Monday, February 4, 2008

Money Monday - Budget, Part 3

As promised, today we will discuss (in more detail) the emergency fund and the debt snowball. If you are just joining in on this topic, you may want to skip back to the first and second parts of this series to catch yourself up.

Have you decided on how much you are going to have set aside in your emergency fund? As I mentioned last week, it all depends on your employment circumstances and your level of comfort.

Our family has chosen to keep an EF (emergency fund) of $1000 since my husband works 2 jobs and could conceivably pick up extra hours at either one if the other were to be suddenly terminated, which is unlikely in his field of work. Once our debt is paid off, we will "up" our EF to 6 months of living expenses.

Once you have determined how much you will be keeping in your EF, the next step is deciding where you will keep this money. The idea of an emergency fund is this: you may ONLY dip into the EF for a TRUE emergency. True emergencies would be unexpected car repairs on a necessary vehicle or your furnace going out in the middle of January - NOT a really good sale at the mall.

That being said, in case of an actual emergency, you need your money to be accessible. At the same time, you don't want it to be so accessible that you would constantly be justifying a reason to dip into it and providing yourself with that temptation. A separate savings account would be a good idea. A CD would not. You want to make sure that you will not be charged a fee for taking money out of your EF if you really need to. So keep it somewhere that fits that definition. Accessible, but not too accessible.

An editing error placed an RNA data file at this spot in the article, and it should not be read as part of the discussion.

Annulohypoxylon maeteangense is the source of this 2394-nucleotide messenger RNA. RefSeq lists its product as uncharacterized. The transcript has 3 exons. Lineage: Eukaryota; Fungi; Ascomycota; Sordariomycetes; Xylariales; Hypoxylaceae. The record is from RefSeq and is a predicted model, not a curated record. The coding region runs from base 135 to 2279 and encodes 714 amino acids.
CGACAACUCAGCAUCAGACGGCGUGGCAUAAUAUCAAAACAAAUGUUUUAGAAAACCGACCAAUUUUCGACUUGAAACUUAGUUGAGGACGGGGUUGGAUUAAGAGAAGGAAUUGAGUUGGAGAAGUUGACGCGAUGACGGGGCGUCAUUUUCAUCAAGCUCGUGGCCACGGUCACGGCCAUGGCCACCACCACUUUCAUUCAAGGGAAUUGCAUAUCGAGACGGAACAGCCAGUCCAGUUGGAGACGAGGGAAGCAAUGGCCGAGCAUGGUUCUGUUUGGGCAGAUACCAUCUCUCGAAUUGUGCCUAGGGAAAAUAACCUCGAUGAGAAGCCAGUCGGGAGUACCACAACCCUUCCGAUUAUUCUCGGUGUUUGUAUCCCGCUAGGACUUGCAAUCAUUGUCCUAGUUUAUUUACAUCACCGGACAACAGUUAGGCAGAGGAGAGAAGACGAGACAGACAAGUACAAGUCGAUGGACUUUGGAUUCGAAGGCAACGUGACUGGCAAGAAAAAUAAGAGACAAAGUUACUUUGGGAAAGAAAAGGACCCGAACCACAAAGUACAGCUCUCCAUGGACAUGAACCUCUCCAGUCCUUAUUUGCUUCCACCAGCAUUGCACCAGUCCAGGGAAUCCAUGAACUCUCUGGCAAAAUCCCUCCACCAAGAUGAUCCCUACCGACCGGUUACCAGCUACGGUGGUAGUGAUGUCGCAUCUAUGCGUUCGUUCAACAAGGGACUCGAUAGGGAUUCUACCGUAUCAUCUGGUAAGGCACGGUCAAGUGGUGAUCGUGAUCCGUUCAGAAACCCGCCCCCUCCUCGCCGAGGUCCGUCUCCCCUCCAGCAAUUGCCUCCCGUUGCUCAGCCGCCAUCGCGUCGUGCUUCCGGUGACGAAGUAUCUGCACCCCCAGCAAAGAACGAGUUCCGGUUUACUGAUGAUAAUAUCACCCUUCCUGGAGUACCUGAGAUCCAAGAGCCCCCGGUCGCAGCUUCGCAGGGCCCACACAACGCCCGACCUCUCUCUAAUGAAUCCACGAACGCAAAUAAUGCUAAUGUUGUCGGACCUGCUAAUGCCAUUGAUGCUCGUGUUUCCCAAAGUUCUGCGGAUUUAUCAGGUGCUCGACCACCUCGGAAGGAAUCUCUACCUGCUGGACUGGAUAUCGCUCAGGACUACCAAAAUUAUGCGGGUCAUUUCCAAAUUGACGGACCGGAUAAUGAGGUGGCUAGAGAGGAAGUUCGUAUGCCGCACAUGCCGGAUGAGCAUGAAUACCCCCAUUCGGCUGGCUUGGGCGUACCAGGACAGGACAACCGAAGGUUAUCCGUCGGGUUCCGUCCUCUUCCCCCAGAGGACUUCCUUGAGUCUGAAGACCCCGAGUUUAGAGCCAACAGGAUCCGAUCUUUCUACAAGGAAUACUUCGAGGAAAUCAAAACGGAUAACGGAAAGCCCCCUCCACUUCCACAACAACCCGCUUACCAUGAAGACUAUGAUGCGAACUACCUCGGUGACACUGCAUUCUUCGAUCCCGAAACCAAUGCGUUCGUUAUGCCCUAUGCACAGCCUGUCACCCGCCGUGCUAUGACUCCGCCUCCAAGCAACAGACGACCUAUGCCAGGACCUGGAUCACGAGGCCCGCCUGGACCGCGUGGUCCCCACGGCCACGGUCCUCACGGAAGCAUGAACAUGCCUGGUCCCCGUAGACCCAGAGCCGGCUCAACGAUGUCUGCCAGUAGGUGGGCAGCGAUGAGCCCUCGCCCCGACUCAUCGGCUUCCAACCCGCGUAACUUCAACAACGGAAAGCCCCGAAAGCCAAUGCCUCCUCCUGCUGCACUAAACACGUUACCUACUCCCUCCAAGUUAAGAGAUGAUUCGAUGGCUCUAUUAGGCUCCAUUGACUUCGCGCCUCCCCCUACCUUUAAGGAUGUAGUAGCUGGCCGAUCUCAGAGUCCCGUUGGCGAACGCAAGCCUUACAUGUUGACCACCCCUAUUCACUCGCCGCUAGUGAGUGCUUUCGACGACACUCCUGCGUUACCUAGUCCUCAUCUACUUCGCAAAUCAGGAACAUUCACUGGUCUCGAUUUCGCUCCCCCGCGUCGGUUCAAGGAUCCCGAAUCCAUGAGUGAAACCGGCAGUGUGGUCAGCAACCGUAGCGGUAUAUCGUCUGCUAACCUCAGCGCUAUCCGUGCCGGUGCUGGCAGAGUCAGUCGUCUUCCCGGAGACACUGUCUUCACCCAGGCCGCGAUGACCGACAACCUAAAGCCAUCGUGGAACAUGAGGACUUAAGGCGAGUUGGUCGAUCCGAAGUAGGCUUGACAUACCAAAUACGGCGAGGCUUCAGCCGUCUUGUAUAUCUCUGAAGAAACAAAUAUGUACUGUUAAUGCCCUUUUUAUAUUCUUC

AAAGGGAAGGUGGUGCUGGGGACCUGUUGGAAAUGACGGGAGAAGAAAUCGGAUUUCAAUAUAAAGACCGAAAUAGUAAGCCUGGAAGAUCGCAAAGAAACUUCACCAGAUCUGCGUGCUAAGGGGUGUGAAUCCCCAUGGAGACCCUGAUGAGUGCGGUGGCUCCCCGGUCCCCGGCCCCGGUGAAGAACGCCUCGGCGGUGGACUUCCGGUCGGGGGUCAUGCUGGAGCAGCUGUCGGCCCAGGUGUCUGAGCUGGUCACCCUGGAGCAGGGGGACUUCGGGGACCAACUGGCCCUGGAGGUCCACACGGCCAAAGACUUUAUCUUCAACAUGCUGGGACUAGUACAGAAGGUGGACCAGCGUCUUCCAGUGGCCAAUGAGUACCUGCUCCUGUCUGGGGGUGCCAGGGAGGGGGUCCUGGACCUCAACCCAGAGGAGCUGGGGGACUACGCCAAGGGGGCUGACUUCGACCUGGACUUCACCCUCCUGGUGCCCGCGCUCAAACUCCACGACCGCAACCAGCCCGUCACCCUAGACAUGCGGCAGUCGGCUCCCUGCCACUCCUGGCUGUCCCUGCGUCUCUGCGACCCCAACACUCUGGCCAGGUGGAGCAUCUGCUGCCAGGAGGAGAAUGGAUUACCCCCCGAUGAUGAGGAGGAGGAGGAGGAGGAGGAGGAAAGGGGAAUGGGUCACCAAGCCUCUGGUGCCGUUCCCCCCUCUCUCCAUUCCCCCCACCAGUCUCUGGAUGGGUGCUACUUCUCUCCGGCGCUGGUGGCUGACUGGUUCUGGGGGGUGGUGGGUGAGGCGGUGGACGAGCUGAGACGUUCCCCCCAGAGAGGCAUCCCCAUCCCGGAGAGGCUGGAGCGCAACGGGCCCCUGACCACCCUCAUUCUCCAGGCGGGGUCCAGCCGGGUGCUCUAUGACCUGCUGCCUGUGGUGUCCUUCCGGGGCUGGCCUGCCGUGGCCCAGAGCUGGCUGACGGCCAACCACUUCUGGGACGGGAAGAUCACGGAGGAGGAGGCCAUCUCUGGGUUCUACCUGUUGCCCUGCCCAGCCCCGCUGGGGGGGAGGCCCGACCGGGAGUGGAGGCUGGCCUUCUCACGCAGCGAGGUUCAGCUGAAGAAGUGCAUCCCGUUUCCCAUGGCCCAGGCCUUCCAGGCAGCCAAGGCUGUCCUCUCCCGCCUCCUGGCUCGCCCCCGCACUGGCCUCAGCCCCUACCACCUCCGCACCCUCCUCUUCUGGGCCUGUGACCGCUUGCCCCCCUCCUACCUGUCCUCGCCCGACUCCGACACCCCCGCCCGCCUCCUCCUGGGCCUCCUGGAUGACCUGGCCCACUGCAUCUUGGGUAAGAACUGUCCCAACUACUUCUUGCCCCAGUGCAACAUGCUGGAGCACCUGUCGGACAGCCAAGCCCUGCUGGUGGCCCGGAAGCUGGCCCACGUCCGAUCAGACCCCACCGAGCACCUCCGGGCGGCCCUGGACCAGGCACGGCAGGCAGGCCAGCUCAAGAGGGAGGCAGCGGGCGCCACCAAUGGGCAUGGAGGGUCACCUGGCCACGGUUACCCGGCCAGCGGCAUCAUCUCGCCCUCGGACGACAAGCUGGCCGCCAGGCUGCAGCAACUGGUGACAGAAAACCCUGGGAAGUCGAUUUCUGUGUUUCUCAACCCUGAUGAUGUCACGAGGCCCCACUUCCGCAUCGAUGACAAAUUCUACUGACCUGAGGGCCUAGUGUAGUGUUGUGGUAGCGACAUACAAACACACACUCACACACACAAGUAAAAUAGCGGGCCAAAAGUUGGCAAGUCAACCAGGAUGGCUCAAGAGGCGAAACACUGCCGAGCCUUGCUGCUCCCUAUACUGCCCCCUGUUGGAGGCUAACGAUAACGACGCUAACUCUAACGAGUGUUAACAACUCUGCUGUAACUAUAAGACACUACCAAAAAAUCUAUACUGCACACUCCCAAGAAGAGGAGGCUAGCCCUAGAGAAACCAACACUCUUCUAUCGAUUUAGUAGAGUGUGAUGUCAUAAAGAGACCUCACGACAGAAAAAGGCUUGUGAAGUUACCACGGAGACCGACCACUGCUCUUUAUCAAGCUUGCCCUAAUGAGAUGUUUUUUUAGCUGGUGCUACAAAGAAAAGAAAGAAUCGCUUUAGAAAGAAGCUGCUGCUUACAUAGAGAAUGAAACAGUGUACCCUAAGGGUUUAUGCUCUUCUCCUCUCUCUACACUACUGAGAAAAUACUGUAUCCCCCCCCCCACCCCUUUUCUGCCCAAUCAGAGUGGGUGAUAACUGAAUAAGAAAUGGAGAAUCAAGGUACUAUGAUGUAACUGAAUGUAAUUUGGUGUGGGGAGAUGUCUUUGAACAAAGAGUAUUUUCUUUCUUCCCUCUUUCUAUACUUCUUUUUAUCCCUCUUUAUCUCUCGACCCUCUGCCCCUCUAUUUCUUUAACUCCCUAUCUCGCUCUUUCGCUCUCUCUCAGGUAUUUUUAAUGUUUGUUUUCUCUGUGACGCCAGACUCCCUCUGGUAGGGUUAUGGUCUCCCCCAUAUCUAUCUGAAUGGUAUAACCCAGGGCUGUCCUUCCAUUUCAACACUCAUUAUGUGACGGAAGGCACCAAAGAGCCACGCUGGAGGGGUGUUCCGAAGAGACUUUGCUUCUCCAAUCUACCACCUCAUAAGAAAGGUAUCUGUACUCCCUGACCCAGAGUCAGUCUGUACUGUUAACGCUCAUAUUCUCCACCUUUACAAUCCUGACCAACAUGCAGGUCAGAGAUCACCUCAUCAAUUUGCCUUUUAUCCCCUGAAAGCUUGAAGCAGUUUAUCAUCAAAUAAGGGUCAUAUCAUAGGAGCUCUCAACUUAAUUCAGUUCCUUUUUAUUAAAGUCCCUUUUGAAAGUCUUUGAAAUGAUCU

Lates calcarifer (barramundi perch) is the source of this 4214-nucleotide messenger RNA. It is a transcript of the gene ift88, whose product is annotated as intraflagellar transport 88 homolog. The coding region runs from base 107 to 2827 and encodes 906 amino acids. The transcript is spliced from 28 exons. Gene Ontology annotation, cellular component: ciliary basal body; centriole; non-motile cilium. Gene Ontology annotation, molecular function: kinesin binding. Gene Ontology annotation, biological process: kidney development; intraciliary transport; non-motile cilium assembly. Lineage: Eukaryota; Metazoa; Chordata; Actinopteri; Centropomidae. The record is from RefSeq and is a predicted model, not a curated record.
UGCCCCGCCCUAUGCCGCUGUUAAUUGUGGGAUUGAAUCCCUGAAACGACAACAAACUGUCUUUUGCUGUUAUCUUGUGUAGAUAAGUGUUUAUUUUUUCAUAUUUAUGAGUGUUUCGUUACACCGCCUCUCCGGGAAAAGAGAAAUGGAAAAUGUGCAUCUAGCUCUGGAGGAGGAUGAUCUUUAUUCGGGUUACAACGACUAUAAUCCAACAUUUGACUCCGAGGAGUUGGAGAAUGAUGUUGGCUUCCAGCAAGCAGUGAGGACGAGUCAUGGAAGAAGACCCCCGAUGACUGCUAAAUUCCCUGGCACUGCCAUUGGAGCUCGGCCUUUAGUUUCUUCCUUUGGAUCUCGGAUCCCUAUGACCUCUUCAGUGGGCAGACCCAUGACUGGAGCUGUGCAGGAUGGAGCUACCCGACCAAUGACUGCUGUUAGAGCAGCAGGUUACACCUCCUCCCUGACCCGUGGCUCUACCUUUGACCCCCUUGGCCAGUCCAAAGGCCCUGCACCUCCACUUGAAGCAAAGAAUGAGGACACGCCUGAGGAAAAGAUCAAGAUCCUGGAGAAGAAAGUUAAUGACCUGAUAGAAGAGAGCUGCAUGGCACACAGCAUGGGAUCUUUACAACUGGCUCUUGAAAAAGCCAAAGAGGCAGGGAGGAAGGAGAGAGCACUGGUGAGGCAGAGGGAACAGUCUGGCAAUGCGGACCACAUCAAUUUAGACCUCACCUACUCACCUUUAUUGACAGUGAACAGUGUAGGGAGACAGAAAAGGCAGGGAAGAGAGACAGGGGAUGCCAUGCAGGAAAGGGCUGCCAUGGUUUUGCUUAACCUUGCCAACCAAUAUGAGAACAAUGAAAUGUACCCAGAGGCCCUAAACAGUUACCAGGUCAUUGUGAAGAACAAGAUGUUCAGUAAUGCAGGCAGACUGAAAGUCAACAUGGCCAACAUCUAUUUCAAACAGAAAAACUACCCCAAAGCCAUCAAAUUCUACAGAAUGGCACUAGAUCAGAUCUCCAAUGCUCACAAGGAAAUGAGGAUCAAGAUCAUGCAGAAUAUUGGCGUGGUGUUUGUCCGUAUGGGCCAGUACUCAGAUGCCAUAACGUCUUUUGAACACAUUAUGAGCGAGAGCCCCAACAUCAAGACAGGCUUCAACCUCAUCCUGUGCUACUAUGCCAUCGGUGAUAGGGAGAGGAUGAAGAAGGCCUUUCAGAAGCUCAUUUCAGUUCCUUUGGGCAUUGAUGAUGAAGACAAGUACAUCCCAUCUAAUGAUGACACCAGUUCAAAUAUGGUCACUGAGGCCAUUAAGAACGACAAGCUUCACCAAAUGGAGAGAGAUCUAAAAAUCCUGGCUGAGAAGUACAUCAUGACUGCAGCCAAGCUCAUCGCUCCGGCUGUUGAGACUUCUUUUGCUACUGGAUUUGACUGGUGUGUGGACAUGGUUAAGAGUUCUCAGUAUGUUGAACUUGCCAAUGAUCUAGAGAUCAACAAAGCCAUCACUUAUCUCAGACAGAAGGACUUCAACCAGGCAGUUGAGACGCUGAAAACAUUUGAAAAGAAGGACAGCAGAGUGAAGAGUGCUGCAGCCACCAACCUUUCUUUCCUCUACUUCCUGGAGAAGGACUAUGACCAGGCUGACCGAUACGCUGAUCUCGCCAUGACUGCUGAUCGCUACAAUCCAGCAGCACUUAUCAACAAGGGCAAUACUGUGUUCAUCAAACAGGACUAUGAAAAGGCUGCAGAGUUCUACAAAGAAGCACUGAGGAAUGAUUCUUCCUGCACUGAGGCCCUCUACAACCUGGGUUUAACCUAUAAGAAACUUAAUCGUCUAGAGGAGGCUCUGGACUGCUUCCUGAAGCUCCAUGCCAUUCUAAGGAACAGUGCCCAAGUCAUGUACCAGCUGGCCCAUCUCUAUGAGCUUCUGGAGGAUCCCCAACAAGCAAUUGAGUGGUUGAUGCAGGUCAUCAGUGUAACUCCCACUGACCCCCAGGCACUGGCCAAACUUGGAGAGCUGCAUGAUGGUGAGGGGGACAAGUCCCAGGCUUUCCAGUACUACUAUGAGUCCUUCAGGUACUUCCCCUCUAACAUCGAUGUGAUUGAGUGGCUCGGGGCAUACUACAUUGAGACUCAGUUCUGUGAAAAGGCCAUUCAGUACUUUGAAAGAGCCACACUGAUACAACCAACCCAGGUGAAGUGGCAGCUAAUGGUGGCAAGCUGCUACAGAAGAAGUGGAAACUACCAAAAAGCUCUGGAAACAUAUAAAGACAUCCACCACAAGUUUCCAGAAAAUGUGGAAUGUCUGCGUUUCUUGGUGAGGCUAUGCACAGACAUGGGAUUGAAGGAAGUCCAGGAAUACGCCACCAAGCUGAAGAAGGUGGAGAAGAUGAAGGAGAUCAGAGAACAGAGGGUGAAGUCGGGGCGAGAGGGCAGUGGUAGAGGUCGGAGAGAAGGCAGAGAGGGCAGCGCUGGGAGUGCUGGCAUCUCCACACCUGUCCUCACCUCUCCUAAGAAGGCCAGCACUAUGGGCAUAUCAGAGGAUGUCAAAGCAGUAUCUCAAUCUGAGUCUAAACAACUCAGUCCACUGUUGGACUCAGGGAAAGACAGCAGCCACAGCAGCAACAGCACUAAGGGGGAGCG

Throw every penny you have at your EF so you can have that in place while you are paying off debt. It is extremely important to establish the EF first because if you hit a financial bump in the midst of paying off your debt, you will have no choice but to put yourself into MORE debt in order to pay for your emergency. (And don't you DARE open a new line of credit!)

Once you have your emergency fund in place it is time to ATTACK your debt with a vengeance. If you do not feel hatred toward debt, you better work on it. Debt is a life-sucking, joy-stealing monster! Don't believe me? Get rid of it and see how much better your life is!

Now, for how to go about getting rid of your debt...
Our family is using a method called the "debt snowball" and it is the only method I can personally recommend. Do you remember when you were a kid and you used to roll snowballs all around the yard until you couldn't push it any farther? You started out with a tiny little ball and, as you rolled the snowball, it picked up more and more snow, faster and faster because it was gaining in size so quickly. The same theory applies to the debt snowball. Here is how it works:

List your debts from the smallest to the largest balance, excluding your mortgage. (We'll come back to the mortgage thing later). Please note: This is not the smallest payment nor is it the smallest interest rate. It is the smallest balance. What you're going to do is pay minimum payments on all of your debts AND at the same time, put every extra dollar you have into the smallest debt payment. When you have paid off the smallest debt, CLOSE THE ACCOUNT and add that payment amount to your next smallest debt. When that debt is paid off, do the same thing with the next one. See how your snowball is increasing in size?